> University of Calgary profs digitally preserve endangered heritage site in B.C.

University of Calgary profs digitally preserve endangered heritage site in B.C.

Professors at the University of Calgary are digitally preserving an endangered heritage site, important to Canada’s mountaineering history.

Nowadays, Western Canada is known for its vibrant mountaineering culture, but that wasn’t the case in the years after the transcontinental railway was completed in 1885. So the Canadian Pacific Railway brought Swiss mountain guides to the Rockies to share their mountaineering knowledge and encourage tourism.

Edelweiss Village — six Swiss-style chalets across 20 hectares of hillside — was built north of Golden, B.C., between 1910 and 1912 to house these guides and their families. 

With the village now up for sale for $2.3 million by the descendants of the original guides, University of Calgary professors are working to digitally capture the site and ensure it isn’t lost to time. 

According to the National Trust for Canada, Edelweiss Village is one of the top 10 endangered places in the country. This is because the site is north of the town of Golden in the Columbia Shuswap Regional District — a rural region without heritage laws — so potential buyers would not be bound to preserve the buildings.   

The Swiss Edelweiss Village Foundation has been set up by a group that hopes to buy and preserve the location, but so far that is not guaranteed.

Digital preservation a helpful alternative

For Prof. Peter Dawson, digital preservation is the next best thing when a site cannot be preserved physically due to cost or environmental factors. Using a terrestrial laser scanner, Dawson and his team capture data on heritage sites to create virtual replicas that can be accessed online by the public.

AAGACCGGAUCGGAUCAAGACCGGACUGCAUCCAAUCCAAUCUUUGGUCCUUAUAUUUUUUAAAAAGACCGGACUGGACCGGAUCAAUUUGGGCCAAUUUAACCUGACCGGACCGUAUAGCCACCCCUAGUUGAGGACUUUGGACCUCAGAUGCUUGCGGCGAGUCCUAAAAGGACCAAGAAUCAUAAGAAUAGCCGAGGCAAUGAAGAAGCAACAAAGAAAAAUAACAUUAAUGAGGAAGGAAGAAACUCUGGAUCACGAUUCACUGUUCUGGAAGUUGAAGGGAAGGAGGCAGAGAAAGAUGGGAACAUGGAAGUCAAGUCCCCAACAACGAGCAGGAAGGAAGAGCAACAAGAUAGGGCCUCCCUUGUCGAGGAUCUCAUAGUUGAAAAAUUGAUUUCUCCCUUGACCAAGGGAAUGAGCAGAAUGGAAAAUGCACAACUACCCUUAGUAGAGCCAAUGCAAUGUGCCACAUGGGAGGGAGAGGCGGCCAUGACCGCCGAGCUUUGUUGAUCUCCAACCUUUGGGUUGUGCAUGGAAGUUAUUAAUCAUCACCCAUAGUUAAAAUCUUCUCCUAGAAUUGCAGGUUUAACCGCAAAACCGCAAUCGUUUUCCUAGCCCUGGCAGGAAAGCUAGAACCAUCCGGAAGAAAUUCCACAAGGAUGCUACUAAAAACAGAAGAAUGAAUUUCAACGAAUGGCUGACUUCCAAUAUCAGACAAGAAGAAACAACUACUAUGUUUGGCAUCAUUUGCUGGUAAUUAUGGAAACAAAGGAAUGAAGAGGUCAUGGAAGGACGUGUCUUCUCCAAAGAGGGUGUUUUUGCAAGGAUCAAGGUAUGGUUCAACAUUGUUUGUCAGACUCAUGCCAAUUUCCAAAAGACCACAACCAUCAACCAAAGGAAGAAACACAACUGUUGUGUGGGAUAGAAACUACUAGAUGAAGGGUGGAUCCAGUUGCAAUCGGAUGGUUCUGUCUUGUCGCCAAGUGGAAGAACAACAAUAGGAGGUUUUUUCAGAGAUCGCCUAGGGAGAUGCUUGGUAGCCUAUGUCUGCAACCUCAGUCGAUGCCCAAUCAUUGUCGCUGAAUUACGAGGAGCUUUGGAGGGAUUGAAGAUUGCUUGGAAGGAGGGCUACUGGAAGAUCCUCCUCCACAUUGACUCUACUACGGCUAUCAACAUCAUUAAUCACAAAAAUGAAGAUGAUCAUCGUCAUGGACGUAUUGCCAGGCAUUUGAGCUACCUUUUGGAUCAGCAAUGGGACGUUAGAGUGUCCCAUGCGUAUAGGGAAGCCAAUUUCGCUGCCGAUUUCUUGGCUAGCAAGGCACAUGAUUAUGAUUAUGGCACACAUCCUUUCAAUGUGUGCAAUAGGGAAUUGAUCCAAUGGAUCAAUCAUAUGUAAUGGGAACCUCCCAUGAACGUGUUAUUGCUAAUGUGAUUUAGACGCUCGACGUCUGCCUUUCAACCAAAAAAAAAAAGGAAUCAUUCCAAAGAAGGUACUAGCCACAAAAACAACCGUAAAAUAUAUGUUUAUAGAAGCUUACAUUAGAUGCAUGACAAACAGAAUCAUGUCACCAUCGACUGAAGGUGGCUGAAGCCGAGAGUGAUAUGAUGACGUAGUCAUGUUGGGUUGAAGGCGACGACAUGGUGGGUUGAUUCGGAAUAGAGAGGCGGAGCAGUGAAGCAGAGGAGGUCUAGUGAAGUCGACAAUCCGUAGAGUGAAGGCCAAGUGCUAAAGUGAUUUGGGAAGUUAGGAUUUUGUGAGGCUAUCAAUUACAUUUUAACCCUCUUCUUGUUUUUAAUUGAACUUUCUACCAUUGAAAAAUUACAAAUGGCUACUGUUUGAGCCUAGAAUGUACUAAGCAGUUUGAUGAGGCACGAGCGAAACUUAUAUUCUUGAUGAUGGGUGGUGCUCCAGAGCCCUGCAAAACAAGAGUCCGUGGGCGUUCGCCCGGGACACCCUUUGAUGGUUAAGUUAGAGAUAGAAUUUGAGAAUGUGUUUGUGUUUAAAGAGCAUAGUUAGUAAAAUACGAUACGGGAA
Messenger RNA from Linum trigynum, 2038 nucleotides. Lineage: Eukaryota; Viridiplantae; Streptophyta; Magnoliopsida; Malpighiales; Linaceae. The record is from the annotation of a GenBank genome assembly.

University of Calgary professors are digitally capturing the Swiss Edelweiss Village to ensure it is preserved. The National Trust for Canada considers the village one of the top 10 endangered heritage sites in the country. (Ose Irete/CBC)

The Digital Heritage Archive focuses on “grassroots” heritage sites like the Swiss village. These are sites meaningful to individuals and communities despite not having official designations of significance. 

“Our mission statement basically is to digitally preserve these grassroots heritage sites, so that some record of them remains if anything should ever happen to them. But also so that the public, through the public face of the archive, can learn about their history and their importance to that particular community,” Dawson said. 

Public awareness essential 

Dawson says public awareness is key to preserving heritage. Digital archives help generate awareness by making these sites available to people who cannot access them physically. 

To make the archive engaging to the public, Dawson works with Prof. Denis Gadbois from the university’s department of art and art history. Gadbois uses photography to create virtual tours of heritage sites that go beyond simply cataloguing their attributes. 

“Just digital preservation will help make a replica or just retain this history, but it’s not necessarily going to create the visual story that you will need for people to understand the beauty and the story of it,” said Gadbois. 

A rendering of the Edward Fuez Chalet, one of the Edelweiss Village buildings, created by the University of Calgary’s Digital Heritage Archive. (Digital Heritage Archive)

Hope for physical preservation

Johann Roduit is one of the founders of the Swiss Edelweiss Village Foundation. He moved to British Columbia from Switzerland and says it was incredible to see the village and the impact of Swiss immigration in Canada.

He believes the village is not just important for the heritage of both countries but to mountaineering culture worldwide. It came as a shock to him to see the site up for sale. 

“I was kind of surprised. How can such a heritage site be sold? I’m coming from Europe [and] I’m thinking of old monuments [there] — you’ll never have heritage sites for sale.” 

Roduit says the initial plan was to have the site digitally captured so people in Switzerland could see it. Now the organization is working to raise funds to buy and preserve it. 

He says the organization has raised a third of the funds for an initial $100,000 deposit via crowdfunding and will continue to negotiate with the sellers. 

Roduit says he is thankful for the support the organization has received from Alberta and British Columbia and in Switzerland as well. Crowdfunding is Phase 3 of their six-phase plan to purchase and revive the area with a sustainable cultural tourism concept.

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